Also important to remember: While medications can be helpful, the first rule of allergy control is to avoid the substances that make you sniffle and sneeze. If you are allergic to mold spores or to pollen from trees, grasses or ragweed, that means knowing when levels are high (by checking pollen.com or the National Allergy Bureau) and then taking steps such as these recommended by the American Academy of Allergy, Asthma and & Immunology:
• Keep windows closed at home and in your car.
• Use air conditioning if possible.
• Try to stay indoors, and avoid mowing lawns or raking leaves.
• If you need to be outside for a long period, wear a pollen mask.
• After time outside, take a shower, shampoo your hair and change clothes.
We congratulate this story for its thorough and nuanced discussion of the costs of different allergy medications — a rarity in health news today. But if a story is going to call certain medications “the single most effective drug class for treating nasal allergies,” then we’d like to see that statement backed up with evidence and a quantification of the benefits. It’s also problematic for this story to rely on a source with extensive ties to pharmaceutical companies that make allergy drugs without alerting readers to these relationships. We’re glad that a second independent expert was consulted to help deliver an evaluation of the comparative benefits.
March is the beginning of spring and allergy season. It is estimated that 50 million people in the US, or 30 percent of adults, are affected by nasal allergies. There are a variety of treatment options, such as antihistamines and decongestants, as well as nasal steroid sprays, which are becoming available over the counter. With more drugs to choose from at the pharmacy, consumers need accurate reporting on these treatments to make informed decisions when buying allergy treatments.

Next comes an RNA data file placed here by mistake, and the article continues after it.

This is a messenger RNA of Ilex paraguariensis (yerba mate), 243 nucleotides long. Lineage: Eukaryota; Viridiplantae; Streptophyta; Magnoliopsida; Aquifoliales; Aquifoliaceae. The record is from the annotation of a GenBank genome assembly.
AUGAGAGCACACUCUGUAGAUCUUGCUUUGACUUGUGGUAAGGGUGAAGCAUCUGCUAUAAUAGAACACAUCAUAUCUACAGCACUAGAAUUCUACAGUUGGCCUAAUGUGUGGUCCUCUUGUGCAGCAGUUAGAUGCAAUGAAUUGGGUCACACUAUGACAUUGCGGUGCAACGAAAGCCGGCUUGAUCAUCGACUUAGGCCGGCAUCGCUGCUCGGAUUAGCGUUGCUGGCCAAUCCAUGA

The story goes above and beyond our standard here. There is a whole section on costs, which tells consumers to “expect to pay more.” Insurers will no longer cover the cost, the article says, so expect to shell out $17 to $23 for a one-month supply of non-prescription steroid nasal spray. The story also discusses the costs of antihistamines and says store-brand versions are a cheaper alternative to steroid sprays. An example is Walmart’s Equate loratadine tablets, which cost $7 for 60 24-hour doses.